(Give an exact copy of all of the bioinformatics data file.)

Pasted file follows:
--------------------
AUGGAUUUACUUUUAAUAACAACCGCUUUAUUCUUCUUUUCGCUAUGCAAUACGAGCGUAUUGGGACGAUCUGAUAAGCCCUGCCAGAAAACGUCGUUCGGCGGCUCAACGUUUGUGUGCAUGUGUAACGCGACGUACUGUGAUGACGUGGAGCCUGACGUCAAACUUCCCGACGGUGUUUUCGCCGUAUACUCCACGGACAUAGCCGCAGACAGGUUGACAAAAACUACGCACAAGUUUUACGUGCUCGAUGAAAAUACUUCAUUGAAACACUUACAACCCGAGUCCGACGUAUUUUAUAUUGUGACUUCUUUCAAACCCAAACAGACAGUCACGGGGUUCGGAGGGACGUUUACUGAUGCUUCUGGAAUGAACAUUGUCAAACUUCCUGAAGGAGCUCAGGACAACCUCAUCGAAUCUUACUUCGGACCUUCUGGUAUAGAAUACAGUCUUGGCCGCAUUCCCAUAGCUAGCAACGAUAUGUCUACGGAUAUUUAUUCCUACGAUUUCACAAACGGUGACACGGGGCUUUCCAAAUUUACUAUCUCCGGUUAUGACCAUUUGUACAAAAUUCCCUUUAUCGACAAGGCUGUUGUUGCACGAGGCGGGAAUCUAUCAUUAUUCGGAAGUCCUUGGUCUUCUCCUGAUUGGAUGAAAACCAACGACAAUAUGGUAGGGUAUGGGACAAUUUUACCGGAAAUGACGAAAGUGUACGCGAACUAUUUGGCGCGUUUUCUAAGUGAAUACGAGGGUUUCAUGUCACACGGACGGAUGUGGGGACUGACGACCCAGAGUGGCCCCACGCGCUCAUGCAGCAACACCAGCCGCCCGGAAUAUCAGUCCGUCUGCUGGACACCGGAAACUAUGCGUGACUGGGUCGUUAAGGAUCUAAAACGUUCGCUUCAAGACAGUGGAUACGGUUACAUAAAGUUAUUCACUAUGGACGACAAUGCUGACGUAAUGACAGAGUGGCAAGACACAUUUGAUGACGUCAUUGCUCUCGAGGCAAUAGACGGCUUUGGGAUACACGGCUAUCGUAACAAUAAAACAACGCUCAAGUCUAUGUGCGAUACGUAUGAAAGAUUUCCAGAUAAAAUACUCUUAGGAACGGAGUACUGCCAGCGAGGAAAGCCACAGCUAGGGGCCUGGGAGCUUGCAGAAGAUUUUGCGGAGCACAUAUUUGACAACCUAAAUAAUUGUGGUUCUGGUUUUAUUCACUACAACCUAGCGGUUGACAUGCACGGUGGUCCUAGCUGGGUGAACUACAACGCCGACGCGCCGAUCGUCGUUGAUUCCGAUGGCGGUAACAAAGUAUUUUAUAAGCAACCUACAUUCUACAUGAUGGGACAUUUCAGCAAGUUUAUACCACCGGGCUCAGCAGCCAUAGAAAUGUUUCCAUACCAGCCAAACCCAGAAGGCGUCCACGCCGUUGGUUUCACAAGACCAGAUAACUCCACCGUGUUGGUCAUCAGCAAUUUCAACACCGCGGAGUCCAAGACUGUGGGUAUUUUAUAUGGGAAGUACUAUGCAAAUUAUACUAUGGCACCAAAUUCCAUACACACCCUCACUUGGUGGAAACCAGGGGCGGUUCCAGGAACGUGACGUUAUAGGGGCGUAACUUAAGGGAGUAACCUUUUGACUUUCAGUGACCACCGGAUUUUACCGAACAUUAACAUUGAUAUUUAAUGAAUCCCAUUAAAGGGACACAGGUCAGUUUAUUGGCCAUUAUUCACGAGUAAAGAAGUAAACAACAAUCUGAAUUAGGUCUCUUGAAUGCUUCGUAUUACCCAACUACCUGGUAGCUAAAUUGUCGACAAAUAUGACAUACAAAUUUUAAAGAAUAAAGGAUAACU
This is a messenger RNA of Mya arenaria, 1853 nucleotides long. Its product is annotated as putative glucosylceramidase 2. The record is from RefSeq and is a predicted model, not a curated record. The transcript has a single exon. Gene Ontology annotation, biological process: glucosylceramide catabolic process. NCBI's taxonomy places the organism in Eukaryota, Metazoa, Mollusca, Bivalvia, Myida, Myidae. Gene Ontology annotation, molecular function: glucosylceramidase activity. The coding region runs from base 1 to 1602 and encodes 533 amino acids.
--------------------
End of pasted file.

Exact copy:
AUGGAUUUACUUUUAAUAACAACCGCUUUAUUCUUCUUUUCGCUAUGCAAUACGAGCGUAUUGGGACGAUCUGAUAAGCCCUGCCAGAAAACGUCGUUCGGCGGCUCAACGUUUGUGUGCAUGUGUAACGCGACGUACUGUGAUGACGUGGAGCCUGACGUCAAACUUCCCGACGGUGUUUUCGCCGUAUACUCCACGGACAUAGCCGCAGACAGGUUGACAAAAACUACGCACAAGUUUUACGUGCUCGAUGAAAAUACUUCAUUGAAACACUUACAACCCGAGUCCGACGUAUUUUAUAUUGUGACUUCUUUCAAACCCAAACAGACAGUCACGGGGUUCGGAGGGACGUUUACUGAUGCUUCUGGAAUGAACAUUGUCAAACUUCCUGAAGGAGCUCAGGACAACCUCAUCGAAUCUUACUUCGGACCUUCUGGUAUAGAAUACAGUCUUGGCCGCAUUCCCAUAGCUAGCAACGAUAUGUCUACGGAUAUUUAUUCCUACGAUUUCACAAACGGUGACACGGGGCUUUCCAAAUUUACUAUCUCCGGUUAUGACCAUUUGUACAAAAUUCCCUUUAUCGACAAGGCUGUUGUUGCACGAGGCGGGAAUCUAUCAUUAUUCGGAAGUCCUUGGUCUUCUCCUGAUUGGAUGAAAACCAACGACAAUAUGGUAGGGUAUGGGACAAUUUUACCGGAAAUGACGAAAGUGUACGCGAACUAUUUGGCGCGUUUUCUAAGUGAAUACGAGGGUUUCAUGUCACACGGACGGAUGUGGGGACUGACGACCCAGAGUGGCCCCACGCGCUCAUGCAGCAACACCAGCCGCCCGGAAUAUCAGUCCGUCUGCUGGACACCGGAAACUAUGCGUGACUGGGUCGUUAAGGAUCUAAAACGUUCGCUUCAAGACAGUGGAUACGGUUACAUAAAGUUAUUCACUAUGGACGACAAUGCUGACGUAAUGACAGAGUGGCAAGACACAUUUGAUGACGUCAUUGCUCUCGAGGCAAUAGACGGCUUUGGGAUACACGGCUAUCGUAACAAUAAAACAACGCUCAAGUCUAUGUGCGAUACGUAUGAAAGAUUUCCAGAUAAAAUACUCUUAGGAACGGAGUACUGCCAGCGAGGAAAGCCACAGCUAGGGGCCUGGGAGCUUGCAGAAGAUUUUGCGGAGCACAUAUUUGACAACCUAAAUAAUUGUGGUUCUGGUUUUAUUCACUACAACCUAGCGGUUGACAUGCACGGUGGUCCUAGCUGGGUGAACUACAACGCCGACGCGCCGAUCGUCGUUGAUUCCGAUGGCGGUAACAAAGUAUUUUAUAAGCAACCUACAUUCUACAUGAUGGGACAUUUCAGCAAGUUUAUACCACCGGGCUCAGCAGCCAUAGAAAUGUUUCCAUACCAGCCAAACCCAGAAGGCGUCCACGCCGUUGGUUUCACAAGACCAGAUAACUCCACCGUGUUGGUCAUCAGCAAUUUCAACACCGCGGAGUCCAAGACUGUGGGUAUUUUAUAUGGGAAGUACUAUGCAAAUUAUACUAUGGCACCAAAUUCCAUACACACCCUCACUUGGUGGAAACCAGGGGCGGUUCCAGGAACGUGACGUUAUAGGGGCGUAACUUAAGGGAGUAACCUUUUGACUUUCAGUGACCACCGGAUUUUACCGAACAUUAACAUUGAUAUUUAAUGAAUCCCAUUAAAGGGACACAGGUCAGUUUAUUGGCCAUUAUUCACGAGUAAAGAAGUAAACAACAAUCUGAAUUAGGUCUCUUGAAUGCUUCGUAUUACCCAACUACCUGGUAGCUAAAUUGUCGACAAAUAUGACAUACAAAUUUUAAAGAAUAAAGGAUAACU
This is a messenger RNA of Mya arenaria, 1853 nucleotides long. Its product is annotated as putative glucosylceramidase 2. The record is from RefSeq and is a predicted model, not a curated record. The transcript has a single exon. Gene Ontology annotation, biological process: glucosylceramide catabolic process. NCBI's taxonomy places the organism in Eukaryota, Metazoa, Mollusca, Bivalvia, Myida, Myidae. Gene Ontology annotation, molecular function: glucosylceramidase activity. The coding region runs from base 1 to 1602 and encodes 533 amino acids.